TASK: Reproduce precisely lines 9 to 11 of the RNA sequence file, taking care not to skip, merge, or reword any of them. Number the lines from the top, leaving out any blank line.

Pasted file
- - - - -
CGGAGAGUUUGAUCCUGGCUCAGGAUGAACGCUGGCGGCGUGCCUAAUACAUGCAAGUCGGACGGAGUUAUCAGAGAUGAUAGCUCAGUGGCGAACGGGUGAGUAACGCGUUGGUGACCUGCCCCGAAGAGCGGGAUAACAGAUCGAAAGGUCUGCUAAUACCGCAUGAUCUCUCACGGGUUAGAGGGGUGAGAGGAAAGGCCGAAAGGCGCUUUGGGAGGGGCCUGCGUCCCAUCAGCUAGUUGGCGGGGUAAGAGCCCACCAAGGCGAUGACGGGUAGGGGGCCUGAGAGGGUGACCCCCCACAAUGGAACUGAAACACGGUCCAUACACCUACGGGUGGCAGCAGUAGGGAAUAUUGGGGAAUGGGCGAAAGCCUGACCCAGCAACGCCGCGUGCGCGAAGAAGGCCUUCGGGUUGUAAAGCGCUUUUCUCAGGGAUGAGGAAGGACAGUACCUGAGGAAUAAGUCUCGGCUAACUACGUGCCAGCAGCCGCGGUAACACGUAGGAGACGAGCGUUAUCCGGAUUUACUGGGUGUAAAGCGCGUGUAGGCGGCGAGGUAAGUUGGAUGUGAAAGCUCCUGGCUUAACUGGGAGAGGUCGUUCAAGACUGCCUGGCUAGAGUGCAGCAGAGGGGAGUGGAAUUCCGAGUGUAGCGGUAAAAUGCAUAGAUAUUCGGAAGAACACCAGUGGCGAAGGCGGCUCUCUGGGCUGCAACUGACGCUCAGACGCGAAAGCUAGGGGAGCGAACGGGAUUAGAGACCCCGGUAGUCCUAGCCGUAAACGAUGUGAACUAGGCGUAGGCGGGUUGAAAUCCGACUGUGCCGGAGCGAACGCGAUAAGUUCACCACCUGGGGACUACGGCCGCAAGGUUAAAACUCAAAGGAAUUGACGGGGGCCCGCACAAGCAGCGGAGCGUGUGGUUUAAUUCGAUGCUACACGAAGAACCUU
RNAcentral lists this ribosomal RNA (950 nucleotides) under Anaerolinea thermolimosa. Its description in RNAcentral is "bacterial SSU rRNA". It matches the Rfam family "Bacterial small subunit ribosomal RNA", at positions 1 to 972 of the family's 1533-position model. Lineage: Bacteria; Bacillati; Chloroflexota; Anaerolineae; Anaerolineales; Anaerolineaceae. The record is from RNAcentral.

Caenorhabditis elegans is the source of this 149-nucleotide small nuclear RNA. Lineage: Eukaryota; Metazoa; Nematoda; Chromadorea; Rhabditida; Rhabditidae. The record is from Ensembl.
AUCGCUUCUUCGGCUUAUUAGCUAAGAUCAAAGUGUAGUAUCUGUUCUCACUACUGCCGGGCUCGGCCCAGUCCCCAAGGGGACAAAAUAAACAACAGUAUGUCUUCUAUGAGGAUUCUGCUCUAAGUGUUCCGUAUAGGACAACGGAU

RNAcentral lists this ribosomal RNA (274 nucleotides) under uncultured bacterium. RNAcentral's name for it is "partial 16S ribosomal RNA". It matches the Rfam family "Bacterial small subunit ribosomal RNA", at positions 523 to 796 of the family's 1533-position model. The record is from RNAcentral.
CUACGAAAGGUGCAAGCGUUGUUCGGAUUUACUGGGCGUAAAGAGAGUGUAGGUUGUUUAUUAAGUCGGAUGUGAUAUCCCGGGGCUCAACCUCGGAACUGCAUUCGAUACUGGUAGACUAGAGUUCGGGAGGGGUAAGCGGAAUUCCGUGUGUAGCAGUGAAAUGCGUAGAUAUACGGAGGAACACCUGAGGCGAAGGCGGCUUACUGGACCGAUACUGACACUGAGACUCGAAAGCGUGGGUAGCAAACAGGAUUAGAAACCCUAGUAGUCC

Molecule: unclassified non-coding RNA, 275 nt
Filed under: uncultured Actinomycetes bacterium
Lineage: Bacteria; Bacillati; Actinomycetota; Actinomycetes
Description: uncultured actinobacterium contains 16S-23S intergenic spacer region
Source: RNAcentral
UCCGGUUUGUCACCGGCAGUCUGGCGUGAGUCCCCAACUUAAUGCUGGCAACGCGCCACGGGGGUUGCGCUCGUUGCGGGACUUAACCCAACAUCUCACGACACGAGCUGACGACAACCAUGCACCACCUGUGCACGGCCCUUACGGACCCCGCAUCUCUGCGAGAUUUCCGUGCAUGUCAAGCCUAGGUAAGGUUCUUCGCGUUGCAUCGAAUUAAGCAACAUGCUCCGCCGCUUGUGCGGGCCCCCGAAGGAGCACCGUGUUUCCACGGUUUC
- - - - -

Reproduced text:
Lineage: Bacteria; Bacillati; Actinomycetota; Actinomycetes
Description: uncultured actinobacterium contains 16S-23S intergenic spacer region
Source: RNAcentral